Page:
Writing for movies had been his goal from the very beginning, and from this time onwards, Matheson was constantly in demand to write adaptations and original screenplays for numerous horror films and TV projects. He began by writing many episodes for The Twilight Zone, amongst them fan favourites such as “Third from the Sun”. This episode, based on Matheson’s own short story, introduced the concept of a group of interstellar refugees fleeing to the Earth. No, it wasn’t Glen A. Larson’s idea. Following his work on Twilight Zone, Matheson was hired to adapt Poe’s works for film by American International Pictures. Then he co-wrote the wonderful “Burn, Witch, Burn”, an adaptation of Fritz Leiber’s great modern Gothic novel “Conjure Wife”.

A series of minor works followed “Burn, Witch, Burn”, with Matheson finding steady employment and occasional breakthroughs, like the quintessential Star Trek episode “The Enemy Within” and the TV movie “Duel”, based on a novelette Matheson originally published in Playboy and directed by the unknown Steven Spielberg. But his next shining moment came in 1973, with “The Night Stalker”.

The Night Stalker” was not an original Matheson work. It was based on an unpublished (and, according to Stephen King, quite bad) novel by Jeff Rice. But the adaptation bears the trademark Matheson touch. “Stalker” is a tale of a reporter named Carl Kolchak, who works in Las Vegas and uncovers the story of a vampire stalking the city. It has become one of the all-time classics of television horror, spawning a sequel (“The Night Strangler”, also written by Matheson) and a series which lasted only 20 episodes before cancellation. Matheson refused to write any scripts for the series, perhaps understanding that the basic concept of a reporter criss-crossing America and finding monsters in every city was horribly flawed and doomed to failure. Somewhere along the line, however, the idea made enough of an impression on the young Chris Carter that he would later borrow Matheson’s name for a character in his own version of “Kolchak, the Night Stalker” - the X-Files.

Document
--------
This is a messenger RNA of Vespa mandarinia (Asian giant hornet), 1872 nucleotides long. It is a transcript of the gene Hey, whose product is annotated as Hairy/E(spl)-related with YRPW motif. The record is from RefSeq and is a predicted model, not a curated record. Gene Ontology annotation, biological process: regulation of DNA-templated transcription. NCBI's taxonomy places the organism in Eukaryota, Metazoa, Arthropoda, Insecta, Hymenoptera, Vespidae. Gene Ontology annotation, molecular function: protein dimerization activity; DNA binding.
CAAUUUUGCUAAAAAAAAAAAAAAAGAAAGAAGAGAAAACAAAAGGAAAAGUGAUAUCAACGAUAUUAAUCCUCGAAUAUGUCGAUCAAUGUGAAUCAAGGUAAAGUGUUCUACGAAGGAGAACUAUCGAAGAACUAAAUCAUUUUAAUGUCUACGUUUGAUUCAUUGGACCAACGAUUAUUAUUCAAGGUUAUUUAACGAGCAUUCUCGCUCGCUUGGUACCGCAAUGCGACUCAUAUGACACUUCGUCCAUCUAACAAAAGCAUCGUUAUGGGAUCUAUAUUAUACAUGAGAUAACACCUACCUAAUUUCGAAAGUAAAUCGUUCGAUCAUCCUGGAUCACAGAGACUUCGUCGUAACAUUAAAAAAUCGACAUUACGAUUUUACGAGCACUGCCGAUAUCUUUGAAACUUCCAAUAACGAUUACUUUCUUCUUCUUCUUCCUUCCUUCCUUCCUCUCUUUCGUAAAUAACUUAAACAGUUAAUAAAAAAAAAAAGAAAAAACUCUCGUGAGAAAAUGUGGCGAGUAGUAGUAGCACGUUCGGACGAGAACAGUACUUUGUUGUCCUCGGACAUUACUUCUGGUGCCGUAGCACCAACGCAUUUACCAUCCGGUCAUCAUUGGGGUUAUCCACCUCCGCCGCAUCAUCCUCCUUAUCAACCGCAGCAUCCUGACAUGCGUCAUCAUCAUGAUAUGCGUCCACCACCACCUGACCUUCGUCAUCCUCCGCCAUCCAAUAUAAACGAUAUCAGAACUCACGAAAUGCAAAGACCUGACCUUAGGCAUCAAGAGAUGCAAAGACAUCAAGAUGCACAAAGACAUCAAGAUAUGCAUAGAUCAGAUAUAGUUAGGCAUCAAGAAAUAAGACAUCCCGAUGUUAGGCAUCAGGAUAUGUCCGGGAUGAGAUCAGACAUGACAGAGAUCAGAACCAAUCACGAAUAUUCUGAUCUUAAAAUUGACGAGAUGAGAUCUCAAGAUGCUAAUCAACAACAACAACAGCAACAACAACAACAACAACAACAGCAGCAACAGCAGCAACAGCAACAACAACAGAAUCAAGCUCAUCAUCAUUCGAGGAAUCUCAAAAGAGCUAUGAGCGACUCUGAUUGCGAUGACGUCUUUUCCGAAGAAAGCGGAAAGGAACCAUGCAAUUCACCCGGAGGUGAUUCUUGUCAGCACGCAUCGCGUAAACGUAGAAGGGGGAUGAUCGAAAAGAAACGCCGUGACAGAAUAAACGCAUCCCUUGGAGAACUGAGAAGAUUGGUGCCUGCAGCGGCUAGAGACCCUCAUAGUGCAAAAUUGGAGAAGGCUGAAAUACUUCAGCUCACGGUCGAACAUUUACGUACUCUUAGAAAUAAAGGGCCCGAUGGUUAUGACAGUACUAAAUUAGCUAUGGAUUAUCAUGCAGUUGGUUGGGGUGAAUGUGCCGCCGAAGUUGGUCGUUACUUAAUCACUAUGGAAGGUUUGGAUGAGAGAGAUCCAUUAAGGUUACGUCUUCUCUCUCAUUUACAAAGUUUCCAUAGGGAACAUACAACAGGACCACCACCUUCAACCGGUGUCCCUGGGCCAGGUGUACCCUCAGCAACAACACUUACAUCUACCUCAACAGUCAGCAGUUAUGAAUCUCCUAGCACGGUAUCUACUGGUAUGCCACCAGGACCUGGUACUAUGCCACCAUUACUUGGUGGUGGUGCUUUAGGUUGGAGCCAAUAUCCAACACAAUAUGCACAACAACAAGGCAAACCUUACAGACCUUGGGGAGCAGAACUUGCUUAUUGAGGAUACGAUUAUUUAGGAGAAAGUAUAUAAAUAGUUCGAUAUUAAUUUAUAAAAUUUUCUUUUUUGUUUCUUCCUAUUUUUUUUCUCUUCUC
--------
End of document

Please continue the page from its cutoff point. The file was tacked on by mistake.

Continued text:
Matheson spent the next two years churning out teleplays and short stories, most of which were decent but not classics. “Trilogy of Terror”, broadcast in 1975, was the major standout. After “Trilogy”, Matheson began to lighten his work load and concentrate on novels once more. “Bid Time Return” sold well and was made into the movie “Somewhere in Time”. “What Dreams May Come” made a relatively small splash, and had to wait twenty years for a film adaptation. After “Dreams”, Matheson began a slow fade into relative obscurity. During the Nineties he wrote several Western novels, virtually disappearing from the specfic genres until two new adaptations of his work came out - “Stir of Echoes”, which was a good movie that won critics’ praise but got demolished at the box office by “The Sixth Sense”, and “What Dreams May Come”, which polarized viewers into ‘loved it’ and ‘hated it’ camps almost equally. At present a new adaptation is in the works - Eddie Murphy is remaking “The Incredible Shrinking Man”. Presumably this will be similar to Murphy’s reworkings of “The Nutty Professor” and “Dr. Dolittle”, both extremely loose adaptations to say the least. This will undoubtedly annoy Richard Matheson, as do most of the adaptations of his work. He is happy with all the movies that have been made from his own screenplays, but actively dislikes those that other writers have adapted. However, this doesn’t keep him from selling the rights to almost every story he writes.

BOOKS:

SCREENPLAYS:

TELEPLAYS:

ADAPTATIONS:
The following were all adapted by other writers from Matheson’s stories and novels -


SOURCES AND FURTHER READING:

  • http://www.scifistation.com/matheson/matheson_index.html
  • http://www.scifi.com/scifiction/classics/classics_archive/matheson/matheson_biblio.html
  • http://us.imdb.com/Name?Matheson,+Richard
  • Danse Macabre” - Stephen King, 1981

Editors note:

Richard Matheson died at his home on June 23, 2013. He was 87 years old.